Michelangelo’s pieta is warm and wet with weeping

in a mother’s arms we know no body is profane

and that four hours is too long to wait, that six bullets in an unarmed body is massacre

gun in hand, bullets in flesh, those moments, too much like reflex

marking black bodies still enslaved to primitive understandings of “Hulk Hogan-like strength”

3/5ths carnal state

when will we lay down our posture of hate

and rise, let our proclivity for seeming dissonance stretch

lest we lose our awe reflex

and our bodies forget the pull of our shared birth- we’re all mixed. breath. earth.


call and response

bodies broken re-member the body

who knows how we’ll be put together

when all is made well

and these dry bones rise up*

do socket and joint discriminate, hate?

oh, holy one, the body knows what it knows

that we are all Christ intimate

that life happens in the suture lines

let us live, move and have our being in a healing, made whole kind of way

and let this learned posture of hate atrophy and die



bodies herded like cattle, shorn like sheep

domesticated, colonized

“bodies by commodity” a t-shirt on the rez reads

my Navajo friend laughs tongue-in-cheek

she remembers the cheese

salty, fatty, sugary reparations made

for bodies infected, bodies corralled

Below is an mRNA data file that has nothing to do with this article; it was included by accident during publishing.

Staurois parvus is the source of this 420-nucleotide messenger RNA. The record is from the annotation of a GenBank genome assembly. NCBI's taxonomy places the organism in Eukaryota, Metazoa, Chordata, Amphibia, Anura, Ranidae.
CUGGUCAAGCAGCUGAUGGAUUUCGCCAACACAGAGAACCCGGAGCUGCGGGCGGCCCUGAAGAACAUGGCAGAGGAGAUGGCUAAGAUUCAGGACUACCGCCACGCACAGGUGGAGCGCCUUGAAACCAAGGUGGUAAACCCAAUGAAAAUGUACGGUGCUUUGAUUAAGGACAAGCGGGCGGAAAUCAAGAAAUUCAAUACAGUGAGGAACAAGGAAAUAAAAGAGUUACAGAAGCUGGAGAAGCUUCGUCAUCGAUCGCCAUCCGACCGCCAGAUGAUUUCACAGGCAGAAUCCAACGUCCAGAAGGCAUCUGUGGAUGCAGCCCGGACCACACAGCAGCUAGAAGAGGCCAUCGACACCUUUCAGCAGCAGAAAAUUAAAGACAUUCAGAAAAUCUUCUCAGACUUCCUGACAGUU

this land is my land now


call and response


smear the queer

it’s a game I played, way back before I knew I was gay

little did I know, adults played it too

bodies beaten in hate

abomination framed in the underestimated continuum

of love and being

disgusted stares, saying “how dare you hold hands in public”

show just how much we limit love, partnership

let’s just name it- it’s all about the sex, isn’t it?

oh the mechanics, but…

how we knead and fold our bodies together is

just as divine as any other embrace

the cinnamon and cumin stirred up between us is

just as earthy and vulnerable as any other love

it’s all your people will be my people


call and response


there are bodies that work in fields

the food we eat passes through their fingertips

that skin like so many peels ripening under the sun

swims in pesticides, this time it can’t hide

like it had too crossing the border in the night

seems like this land still hungers for strange fruit

we are what we eat, what we grow, what we create

indeed, we share more than we think


call and response


some things are always guttural

sounds of lament and joy

are born of the throat, deep in the gut

that place where the ancients knew our

souls were housed

yes, the heart and brain must both descend

to the humble place of integration to really know

and what are lament and joy- a shared human noise- but communion and prayer

is not Allah ripped from the same place in our bodies as God is

when the family of three young Muslims mourn

bodies shot in the head execution style

no one has a monopoly on terror


call and response

bodies broken re-member the body

who knows how we’ll be put together

when all is made well

and these dry bones rise up*

do socket and joint discriminate, hate?

oh, holy one, the body knows what it knows

that we are all Christ intimate

that life happens in the suture lines

let us live, move and have our being in a healing, made whole kind of way

and let this learned posture of hate atrophy and die


 *grateful to have journeyed alongside the lovely folks at Church for All People and for the Sunday school class there who mused about our dry bones reassembling as a collective body- your elbow, my knee 🙂